Privacy, Not Just Revenge, is a Dish Best Served Cold
Back in 2005 one of my first blog posts was titled Proposed: A Choice-Based Approach to Controlling the Commercial Exploitation of Personal Data. In that and subsequent blog posts I discussed ways to manage the commercial use of personal data. These included:
- Recognition that individuals own and/or have the right to control certain types of personal identification and behavioral information.
- Availability of a mechanism for individuals to decide and legally state what, if any, of their information can be made commercially available.
- Availability of a mechanism for commercial entities to discover what personal information is available for commercial use.
- Availability of a mechanism for companies to pay individuals when commercial benefit is derived from the commercial exploitation of personal information.
Viewed in light of the recently revealed Cambridge Analytica/Facebook debacle these writings appear laughably naïve. Actually tell people what's being done with their personal data? Are you nuts?
I was enamored back then by the burgeoning availability of social media and networking. I had great hopes for the relationship building, collaboration, and communication they would foster both for individuals and organizations. I failed to anticipate that so many social media advances would be driven by advertising and commercial concerns masquerading as “engagement” and “relationship building.”
It also took me a while to realize how easy it would be to exploit social media in the promotion of half-truths, rumors, and outright lies. Social media platforms have become weaponized purveyors of propaganda while wrapped in the mantle of free speech. As I quoted in 2016’s The Downside of an Increasingly Realtime Web is Less Truth, "A Lie Can Travel Halfway Around the World While the Truth Is Putting On Its Shoes."
Accordingly, anyone actually surprised by the current Cambridge Analytica/Facebook brouhaha has not been paying attention to how communication media and their use have been evolving. People still have no easy way to check up on how their personal data are being used. Nor is there a consistent and reliable way to determine whether what is consumed online is actually true.
My idea of actually paying people for value received commercially from the sale and exploitation of their personal and transactional data is still a pipe dream. If you tell someone, “If you’re not paying for an online service you are the product being sold, not the other way around,” you’ll be responded to with either (a) indifference or (b) “So what, I use advertiser-supported products all the time. What’s the difference?”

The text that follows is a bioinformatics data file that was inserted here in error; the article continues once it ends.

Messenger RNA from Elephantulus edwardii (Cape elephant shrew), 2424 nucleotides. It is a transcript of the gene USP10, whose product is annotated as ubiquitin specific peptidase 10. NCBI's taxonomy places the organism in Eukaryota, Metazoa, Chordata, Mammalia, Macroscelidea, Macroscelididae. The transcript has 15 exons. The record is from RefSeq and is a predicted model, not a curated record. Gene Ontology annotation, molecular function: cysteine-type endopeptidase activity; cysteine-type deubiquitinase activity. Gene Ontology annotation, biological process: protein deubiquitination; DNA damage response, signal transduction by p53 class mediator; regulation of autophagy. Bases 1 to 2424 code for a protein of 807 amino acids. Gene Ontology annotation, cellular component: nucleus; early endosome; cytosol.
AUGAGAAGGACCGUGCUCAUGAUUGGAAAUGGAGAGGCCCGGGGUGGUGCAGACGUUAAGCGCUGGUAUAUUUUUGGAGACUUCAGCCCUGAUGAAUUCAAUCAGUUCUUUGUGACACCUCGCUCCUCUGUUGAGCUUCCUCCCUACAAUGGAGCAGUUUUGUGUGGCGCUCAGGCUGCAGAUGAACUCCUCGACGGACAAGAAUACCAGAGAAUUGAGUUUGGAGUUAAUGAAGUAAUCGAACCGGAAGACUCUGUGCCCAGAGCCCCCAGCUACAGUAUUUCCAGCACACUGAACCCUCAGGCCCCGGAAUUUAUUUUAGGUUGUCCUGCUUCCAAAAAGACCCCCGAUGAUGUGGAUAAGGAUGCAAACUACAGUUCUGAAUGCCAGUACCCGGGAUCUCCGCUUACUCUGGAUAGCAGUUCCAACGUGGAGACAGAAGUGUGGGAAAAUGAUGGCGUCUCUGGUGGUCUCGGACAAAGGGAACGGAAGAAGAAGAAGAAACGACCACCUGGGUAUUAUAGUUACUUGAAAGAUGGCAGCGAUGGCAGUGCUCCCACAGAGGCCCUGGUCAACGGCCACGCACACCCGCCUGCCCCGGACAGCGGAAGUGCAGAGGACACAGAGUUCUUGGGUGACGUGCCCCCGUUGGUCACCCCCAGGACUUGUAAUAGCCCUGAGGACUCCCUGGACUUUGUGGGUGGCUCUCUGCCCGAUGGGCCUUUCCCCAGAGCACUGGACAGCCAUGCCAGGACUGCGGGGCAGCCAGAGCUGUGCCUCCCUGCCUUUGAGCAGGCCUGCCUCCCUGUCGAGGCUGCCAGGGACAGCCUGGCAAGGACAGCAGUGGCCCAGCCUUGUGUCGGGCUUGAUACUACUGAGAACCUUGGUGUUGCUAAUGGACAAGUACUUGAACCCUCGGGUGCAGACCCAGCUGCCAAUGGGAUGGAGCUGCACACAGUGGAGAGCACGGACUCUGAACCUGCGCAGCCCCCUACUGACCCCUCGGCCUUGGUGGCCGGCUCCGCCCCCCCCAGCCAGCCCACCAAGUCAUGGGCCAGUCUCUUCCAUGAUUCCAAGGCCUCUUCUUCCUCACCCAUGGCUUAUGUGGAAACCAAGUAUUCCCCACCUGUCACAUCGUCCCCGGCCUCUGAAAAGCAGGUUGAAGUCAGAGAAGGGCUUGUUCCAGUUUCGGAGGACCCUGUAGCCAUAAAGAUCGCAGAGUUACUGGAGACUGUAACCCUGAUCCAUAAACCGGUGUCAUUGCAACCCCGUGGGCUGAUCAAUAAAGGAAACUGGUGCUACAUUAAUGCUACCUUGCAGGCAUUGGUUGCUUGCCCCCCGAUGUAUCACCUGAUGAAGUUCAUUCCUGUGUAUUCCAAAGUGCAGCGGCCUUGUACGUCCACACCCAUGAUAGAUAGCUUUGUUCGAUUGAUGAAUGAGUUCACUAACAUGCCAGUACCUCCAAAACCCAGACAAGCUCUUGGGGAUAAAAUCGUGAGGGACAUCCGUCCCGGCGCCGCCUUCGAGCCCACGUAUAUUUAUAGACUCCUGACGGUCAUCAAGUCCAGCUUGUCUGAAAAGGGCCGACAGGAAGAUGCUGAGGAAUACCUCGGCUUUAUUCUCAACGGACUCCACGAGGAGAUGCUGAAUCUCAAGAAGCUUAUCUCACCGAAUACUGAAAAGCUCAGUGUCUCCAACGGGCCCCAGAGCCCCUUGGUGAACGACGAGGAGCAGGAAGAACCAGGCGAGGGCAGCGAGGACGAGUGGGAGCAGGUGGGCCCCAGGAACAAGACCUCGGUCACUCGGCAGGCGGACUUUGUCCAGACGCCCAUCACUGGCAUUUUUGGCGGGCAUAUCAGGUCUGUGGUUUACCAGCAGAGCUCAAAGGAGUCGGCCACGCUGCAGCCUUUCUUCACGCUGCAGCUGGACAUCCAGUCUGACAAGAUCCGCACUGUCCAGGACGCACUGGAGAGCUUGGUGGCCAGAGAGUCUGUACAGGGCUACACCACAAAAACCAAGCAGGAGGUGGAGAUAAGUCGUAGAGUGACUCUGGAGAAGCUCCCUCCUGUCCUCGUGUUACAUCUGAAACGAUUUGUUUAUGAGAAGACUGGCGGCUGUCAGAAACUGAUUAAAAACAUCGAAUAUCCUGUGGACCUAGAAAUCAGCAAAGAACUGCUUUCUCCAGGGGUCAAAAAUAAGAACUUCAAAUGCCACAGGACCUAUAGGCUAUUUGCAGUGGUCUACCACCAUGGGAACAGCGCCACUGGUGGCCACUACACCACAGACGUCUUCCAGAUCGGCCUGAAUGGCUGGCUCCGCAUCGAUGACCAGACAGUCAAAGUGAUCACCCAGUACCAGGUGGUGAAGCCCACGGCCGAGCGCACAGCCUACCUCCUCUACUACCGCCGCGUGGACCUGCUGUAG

I could buy that “advertiser supported” argument if I had a way to check up on the truth of what I’m being told, but that continues to be difficult if not impossible in most cases. That is one of the reasons I personally have deleted both my Twitter and Facebook accounts.
Let's face it, we have no way of knowing how our data are going to be used and companies like Facebook don't really want us to know how "the sausage is being made." Companies have always bought and sold personal data including, in the old days, mailing lists of people known to have certain incomes or purchasing behaviors.
Clearly Facebook cannot really control how its data are going to be used once the data get out in the wild to places like Cambridge Analytica. And, I’ll bet that many of the people targeted by that company might have been surprised at why they were being targeted by certain anti-Hillary messages.
One possible solution for this situation is to have more transparency about what data are being collected on individuals and how those data are being distributed and used. The only way this is going to happen, though, is for governments to force online networks to provide more information about what they collect and what they do with the data.
We’re already seeing some of the implications of this in connection with “right to be forgotten” laws, HIPAA in the U.S., and GDPR in Europe. It’s a real patchwork that will require significant resources on the part of online vendors conducting business online internationally that touch individuals.
My guess is that, short of totally "going off the grid," only the wealthy and well-connected will be able to afford privacy through the hiring of high-tech services that exploit all the features of the visible and dark webs. For the rest of us, well, there's always snail mail.
Copyright (c) 2018 by Dennis D. McDonald